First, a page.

Eric Schmidt, Google chief and one of the world’s influential figures in digital technology, has called for civilian drone tech to be regulated, warning about privacy and security concerns.
Cheap miniature versions of the unmanned aircraft used by militaries could fall into the wrong hands, Eric Schmidt told The Guardian newspaper.
Quarrelling neighbors, the Google chief suggested, might end up buzzing each other with private surveillance drones.
Eric Schmidt also warned of the risk of terrorists using the new technology.
He is believed to have close relations with President Barack Obama, whom he advises on matters of science and technology.
“You’re having a dispute with your neighbor,” he told The Guardian in an interview printed on Saturday.
“How would you feel if your neighbor went over and bought a commercial observation drone that they can launch from their backyard. It just flies over your house all day. How would you feel about it?”
Warning of mini-drones’ potential as a terrorist weapon, he said: “I’m not going to pass judgment on whether armies should exist, but I would prefer to not spread and democratize the ability to fight war to every single human being.”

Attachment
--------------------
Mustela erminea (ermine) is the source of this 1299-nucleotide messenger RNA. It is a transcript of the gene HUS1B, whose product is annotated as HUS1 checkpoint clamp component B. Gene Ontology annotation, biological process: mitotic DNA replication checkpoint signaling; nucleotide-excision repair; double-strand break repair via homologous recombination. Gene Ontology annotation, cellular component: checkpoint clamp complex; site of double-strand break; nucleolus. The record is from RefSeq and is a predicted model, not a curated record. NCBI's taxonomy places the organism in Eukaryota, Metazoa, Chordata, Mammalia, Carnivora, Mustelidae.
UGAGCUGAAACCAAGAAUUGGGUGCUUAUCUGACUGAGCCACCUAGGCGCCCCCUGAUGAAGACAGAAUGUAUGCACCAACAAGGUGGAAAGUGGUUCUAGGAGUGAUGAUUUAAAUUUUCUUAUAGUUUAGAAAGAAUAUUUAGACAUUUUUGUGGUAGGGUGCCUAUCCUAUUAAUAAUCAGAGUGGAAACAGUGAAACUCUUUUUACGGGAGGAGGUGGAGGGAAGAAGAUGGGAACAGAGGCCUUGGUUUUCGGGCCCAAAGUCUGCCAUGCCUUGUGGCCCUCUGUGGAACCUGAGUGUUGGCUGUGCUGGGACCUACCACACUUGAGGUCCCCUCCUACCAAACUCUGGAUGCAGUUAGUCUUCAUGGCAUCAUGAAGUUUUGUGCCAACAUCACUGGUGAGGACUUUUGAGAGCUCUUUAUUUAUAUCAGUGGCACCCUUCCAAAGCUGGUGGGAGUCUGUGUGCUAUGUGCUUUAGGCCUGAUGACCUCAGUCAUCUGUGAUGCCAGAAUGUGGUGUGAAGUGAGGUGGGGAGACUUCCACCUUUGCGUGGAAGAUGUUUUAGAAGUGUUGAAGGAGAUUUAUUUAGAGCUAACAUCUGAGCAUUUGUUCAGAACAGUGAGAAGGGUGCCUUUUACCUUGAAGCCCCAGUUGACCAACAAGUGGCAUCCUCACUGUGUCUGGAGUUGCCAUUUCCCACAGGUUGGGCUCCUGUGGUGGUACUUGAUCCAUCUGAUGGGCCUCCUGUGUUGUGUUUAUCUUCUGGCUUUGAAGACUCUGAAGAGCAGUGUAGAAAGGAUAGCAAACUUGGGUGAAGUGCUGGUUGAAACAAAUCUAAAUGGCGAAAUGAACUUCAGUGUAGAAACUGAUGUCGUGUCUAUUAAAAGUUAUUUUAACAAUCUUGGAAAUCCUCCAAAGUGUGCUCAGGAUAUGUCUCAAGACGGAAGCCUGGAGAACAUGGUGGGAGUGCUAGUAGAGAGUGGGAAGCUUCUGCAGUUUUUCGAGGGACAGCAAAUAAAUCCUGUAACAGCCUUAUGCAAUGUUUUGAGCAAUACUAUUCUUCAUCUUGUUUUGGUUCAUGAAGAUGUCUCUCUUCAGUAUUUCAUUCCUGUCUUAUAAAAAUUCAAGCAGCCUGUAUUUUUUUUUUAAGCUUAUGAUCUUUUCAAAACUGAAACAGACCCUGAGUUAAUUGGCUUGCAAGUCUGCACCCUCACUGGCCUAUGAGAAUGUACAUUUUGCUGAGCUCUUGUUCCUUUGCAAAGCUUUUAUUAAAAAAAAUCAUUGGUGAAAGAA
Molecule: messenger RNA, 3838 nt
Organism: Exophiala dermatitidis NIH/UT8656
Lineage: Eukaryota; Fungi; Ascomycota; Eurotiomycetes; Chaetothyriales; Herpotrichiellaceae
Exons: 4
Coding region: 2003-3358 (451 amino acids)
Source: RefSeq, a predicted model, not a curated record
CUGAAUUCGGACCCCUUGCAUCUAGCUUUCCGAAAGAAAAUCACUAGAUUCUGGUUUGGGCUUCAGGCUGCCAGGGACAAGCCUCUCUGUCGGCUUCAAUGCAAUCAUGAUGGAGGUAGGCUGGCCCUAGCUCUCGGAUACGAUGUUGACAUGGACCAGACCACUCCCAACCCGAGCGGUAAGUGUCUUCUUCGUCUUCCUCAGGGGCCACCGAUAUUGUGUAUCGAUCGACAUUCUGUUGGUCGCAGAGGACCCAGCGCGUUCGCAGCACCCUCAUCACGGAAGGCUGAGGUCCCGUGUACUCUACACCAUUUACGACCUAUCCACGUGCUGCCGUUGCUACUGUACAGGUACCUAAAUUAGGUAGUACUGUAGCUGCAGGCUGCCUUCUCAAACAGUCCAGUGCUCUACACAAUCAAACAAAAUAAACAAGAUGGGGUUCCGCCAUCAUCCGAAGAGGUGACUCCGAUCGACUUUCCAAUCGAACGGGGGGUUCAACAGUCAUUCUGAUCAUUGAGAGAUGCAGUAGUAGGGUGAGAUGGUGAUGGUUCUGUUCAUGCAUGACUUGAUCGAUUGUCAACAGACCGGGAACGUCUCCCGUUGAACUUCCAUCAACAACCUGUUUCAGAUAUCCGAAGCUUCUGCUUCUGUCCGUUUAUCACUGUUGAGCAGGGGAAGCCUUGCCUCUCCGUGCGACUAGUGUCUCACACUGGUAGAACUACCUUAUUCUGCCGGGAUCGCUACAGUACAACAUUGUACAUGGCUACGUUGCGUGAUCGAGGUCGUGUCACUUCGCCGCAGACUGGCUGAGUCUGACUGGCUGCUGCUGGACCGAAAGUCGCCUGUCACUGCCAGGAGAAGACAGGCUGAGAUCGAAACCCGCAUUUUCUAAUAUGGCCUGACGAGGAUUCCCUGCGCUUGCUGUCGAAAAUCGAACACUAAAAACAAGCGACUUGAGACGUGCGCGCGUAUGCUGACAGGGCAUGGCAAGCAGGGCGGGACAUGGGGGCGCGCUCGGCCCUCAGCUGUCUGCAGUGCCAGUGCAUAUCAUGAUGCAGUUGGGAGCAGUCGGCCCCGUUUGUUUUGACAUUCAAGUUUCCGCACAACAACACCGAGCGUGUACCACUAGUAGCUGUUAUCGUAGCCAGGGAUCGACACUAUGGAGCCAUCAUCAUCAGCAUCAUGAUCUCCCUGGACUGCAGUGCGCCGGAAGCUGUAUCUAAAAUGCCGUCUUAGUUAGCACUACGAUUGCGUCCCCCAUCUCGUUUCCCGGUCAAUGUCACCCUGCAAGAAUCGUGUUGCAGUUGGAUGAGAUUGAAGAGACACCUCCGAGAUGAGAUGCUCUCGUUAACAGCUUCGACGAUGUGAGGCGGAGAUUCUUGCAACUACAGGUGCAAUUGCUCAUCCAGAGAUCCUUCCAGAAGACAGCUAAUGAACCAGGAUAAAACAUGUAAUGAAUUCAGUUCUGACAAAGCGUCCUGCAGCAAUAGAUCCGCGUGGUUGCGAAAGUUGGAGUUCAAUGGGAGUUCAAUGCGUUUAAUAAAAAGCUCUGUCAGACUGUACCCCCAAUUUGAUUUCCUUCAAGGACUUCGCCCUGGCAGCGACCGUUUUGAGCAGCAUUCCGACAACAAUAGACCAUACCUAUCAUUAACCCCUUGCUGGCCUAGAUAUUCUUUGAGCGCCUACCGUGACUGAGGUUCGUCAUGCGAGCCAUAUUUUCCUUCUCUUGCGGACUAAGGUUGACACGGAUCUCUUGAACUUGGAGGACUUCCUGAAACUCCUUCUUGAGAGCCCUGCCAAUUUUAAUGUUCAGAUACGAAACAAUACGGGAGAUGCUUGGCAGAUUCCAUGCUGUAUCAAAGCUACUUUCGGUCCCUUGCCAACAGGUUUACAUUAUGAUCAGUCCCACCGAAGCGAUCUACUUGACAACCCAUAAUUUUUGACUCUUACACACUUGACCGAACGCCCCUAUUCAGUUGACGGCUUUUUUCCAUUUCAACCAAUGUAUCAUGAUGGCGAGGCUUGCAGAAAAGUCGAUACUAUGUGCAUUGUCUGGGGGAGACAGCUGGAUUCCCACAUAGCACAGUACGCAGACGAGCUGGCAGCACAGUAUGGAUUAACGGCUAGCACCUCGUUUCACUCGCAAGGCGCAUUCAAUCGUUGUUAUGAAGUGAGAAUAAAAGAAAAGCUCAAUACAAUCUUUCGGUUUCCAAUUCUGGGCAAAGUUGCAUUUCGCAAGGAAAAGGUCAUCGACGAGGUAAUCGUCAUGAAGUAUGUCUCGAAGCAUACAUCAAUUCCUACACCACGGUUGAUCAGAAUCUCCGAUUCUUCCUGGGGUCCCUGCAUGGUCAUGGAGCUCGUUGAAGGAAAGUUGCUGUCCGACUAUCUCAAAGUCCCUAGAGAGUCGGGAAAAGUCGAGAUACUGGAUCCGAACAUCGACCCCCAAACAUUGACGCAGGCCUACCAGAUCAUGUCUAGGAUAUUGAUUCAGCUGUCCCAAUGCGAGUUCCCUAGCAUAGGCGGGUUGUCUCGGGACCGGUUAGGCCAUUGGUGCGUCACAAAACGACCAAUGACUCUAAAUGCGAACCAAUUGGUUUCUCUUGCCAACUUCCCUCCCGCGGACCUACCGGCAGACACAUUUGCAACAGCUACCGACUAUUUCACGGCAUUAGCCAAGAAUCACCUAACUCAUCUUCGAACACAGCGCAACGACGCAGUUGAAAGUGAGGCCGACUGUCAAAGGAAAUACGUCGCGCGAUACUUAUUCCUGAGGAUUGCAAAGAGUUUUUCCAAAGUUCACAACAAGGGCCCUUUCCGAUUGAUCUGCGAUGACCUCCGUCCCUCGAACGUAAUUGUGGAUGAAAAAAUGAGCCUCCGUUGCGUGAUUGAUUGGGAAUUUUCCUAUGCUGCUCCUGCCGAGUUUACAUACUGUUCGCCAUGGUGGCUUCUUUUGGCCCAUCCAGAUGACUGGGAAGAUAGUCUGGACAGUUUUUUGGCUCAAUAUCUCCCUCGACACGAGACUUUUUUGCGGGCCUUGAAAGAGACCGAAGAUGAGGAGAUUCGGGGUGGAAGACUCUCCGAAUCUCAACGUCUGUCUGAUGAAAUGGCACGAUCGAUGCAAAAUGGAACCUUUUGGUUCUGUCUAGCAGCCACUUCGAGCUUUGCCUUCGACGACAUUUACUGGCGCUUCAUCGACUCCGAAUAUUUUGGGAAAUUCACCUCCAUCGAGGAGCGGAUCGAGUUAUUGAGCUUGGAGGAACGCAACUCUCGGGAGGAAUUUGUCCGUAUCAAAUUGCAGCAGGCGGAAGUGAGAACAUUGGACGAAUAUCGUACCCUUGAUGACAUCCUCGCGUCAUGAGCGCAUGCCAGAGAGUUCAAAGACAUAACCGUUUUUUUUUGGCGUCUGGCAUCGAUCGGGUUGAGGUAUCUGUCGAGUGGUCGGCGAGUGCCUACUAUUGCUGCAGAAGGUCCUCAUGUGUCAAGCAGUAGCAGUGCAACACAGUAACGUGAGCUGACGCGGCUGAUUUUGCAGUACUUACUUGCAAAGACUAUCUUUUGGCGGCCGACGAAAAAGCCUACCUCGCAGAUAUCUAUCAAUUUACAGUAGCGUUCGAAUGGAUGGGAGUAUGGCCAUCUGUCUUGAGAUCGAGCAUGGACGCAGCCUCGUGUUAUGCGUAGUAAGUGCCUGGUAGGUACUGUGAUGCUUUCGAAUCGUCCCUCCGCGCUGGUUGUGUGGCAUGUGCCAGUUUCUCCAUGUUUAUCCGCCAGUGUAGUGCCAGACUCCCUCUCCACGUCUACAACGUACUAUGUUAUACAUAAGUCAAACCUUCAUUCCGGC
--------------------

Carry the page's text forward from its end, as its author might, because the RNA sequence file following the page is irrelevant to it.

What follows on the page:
“It’s got to be regulated… It’s one thing for governments, who have some legitimacy in what they’re doing, but have other people doing it… it’s not going to happen.”
Small drones, such as flying cameras, are already available worldwide, and non-military surveillance were recently introduced to track poachers in the remote Indian state of Assam.
The US and Israel have led the way in recent years in using drones as weapons of war as well as for surveillance.
America’s Federal Aviation Administration is currently exploring how commercial drones, or unmanned aircraft systems, can be safely introduced into US airspace.